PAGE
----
“Homefront” – Kristen Tsetsi

homefront cover I don’t often write book reviews because, to be perfectly honest, I’m not that good at it. But I’ve read so many good books this year by some very excellent indie authors, and I feel very guilty about not doing more to help out both them and their potential readers by shining a spotlight on ’em. So today I’m going to remedy that by telling you about one of my favorite indie books, “Homefront” by Kristen Tsetsi.

The official synopsis:

A cab driving former English professor (Mia), an unpredictable alcoholic Vietnam veteran (Donny), an anti-war soldier (Brian), and a morbid mother in-law (Olivia) come together in this realistic, sensual, and darkly humorous semi-autobiographical tale of waiting through a war deployment.


This is the untold war story.Lt. Col. Dave Grossman writes in his novel On Killing that soldiers experience a range of psychological effects resulting from war: “fear, exhaustion, guilt and horror, hate, fortitude” (51).

The loved ones they leave behind experience similar psychological traumas that create a very personal homefront war, one often misconstrued by the media — “as well as by those with no first-hand deployment experience — as simple “missing” and “worry.”

Homefront sheds needed light on the highly under-documented internal battles suffered by those left waiting. Each true-to-life character in Homefront (Mia, the professor-turned-cabdriver whose boyfriend deploys to Iraq; Jake, the boyfriend; Olivia, Jake’s mother; Denise, a disgruntled soldier’s wife and friend to Mia; Donny Donaldson, an alcoholic, maybe-Vietnam veteran and Mia’s cab fare) responds to the war in his or her own unique, and painfully intimate, way.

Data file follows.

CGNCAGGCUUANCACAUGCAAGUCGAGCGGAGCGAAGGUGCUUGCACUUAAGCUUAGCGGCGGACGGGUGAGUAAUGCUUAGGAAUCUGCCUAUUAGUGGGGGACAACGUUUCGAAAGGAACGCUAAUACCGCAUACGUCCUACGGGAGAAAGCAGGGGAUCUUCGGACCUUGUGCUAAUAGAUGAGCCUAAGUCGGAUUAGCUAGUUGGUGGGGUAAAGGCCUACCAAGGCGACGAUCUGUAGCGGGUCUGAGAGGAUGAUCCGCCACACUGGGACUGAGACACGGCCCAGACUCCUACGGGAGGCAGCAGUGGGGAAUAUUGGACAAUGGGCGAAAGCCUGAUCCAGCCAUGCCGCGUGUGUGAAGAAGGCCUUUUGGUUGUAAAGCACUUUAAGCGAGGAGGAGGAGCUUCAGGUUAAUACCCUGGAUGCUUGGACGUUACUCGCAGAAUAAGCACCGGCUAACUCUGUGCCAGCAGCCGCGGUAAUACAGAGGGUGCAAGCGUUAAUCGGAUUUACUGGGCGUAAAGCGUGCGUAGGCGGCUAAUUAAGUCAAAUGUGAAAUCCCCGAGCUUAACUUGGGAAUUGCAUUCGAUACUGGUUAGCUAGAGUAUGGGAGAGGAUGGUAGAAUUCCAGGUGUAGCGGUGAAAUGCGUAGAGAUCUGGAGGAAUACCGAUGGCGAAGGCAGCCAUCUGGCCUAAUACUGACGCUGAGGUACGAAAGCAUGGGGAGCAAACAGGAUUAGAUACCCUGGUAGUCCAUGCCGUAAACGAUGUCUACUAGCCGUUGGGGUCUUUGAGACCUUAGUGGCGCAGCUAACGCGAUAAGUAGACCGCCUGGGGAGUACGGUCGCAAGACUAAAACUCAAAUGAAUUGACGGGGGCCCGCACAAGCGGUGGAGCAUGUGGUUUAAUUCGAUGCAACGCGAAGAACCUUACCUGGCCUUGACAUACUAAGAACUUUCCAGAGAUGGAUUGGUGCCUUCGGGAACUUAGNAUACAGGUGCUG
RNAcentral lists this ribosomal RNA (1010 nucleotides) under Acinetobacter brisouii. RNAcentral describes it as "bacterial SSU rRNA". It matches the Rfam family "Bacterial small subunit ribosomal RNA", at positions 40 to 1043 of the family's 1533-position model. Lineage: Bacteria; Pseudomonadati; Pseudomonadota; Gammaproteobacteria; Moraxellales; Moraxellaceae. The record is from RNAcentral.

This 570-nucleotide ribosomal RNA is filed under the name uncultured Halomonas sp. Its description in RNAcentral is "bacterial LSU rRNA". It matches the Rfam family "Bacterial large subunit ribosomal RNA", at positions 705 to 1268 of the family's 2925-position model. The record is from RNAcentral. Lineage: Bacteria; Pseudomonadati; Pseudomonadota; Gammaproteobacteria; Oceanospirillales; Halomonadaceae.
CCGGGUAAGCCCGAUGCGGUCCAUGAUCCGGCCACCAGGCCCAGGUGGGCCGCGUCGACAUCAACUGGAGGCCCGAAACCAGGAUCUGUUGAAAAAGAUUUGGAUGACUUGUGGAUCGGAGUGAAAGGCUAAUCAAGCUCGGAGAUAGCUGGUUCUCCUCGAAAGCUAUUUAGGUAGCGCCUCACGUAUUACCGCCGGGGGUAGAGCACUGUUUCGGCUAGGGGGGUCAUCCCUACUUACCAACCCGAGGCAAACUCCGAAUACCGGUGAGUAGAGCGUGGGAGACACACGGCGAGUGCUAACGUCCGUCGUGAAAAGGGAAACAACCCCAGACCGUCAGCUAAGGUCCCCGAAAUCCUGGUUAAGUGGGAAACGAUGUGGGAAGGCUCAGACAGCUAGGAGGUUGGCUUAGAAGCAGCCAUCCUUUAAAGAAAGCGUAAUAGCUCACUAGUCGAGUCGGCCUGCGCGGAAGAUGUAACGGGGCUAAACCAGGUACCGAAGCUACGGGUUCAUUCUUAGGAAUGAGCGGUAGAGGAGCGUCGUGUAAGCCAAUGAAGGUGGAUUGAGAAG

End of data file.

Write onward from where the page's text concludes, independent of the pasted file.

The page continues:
I’ve never experienced someone close to me going off to war. My dad and uncle were both in the military during Vietnam, but that was before I was born. Guys I knew in high school joined up, and were deployed in the first Gulf War. I’ve got cousins who’ve been involved in this war, and I know ‘kids’ from our town who are involved as well. But it’s all so disconnected.

There is no disconnect with “Homefront.” It brings the war home in a way no news report or even memoir could have done. As I read, I became Mia. I slipped inside her skin, and through her into the skins of every woman (or man) whose husband or wife or lover is over there, their lives in danger every moment. It made me understand how it is have your own life so eerily on hold, as your every breath and step and heartbeat wonders, “Is this the day? Is this the moment? Is he gone forever…right now?”…while your own life moves forward anyway. 

 Here’s where you can grab a copy of it for yourself (which I heartily recommend you do):

Backword Books


Scribd (free)


Amazon Kindle

Barnes & Noble

Powell’s Books

4 thoughts on ““Homefront” – Kristen Tsetsi

  1. This sounds wonderful. I have a good friend whose husband was in Iraq for a year, and she was really quiet and private about what she was going through. I’d love to read this, and I bet she would, too. And it comes on Kindle! Yay!

  2. Pingback: Backword interviews « Ingenious Title To Appear Here Later

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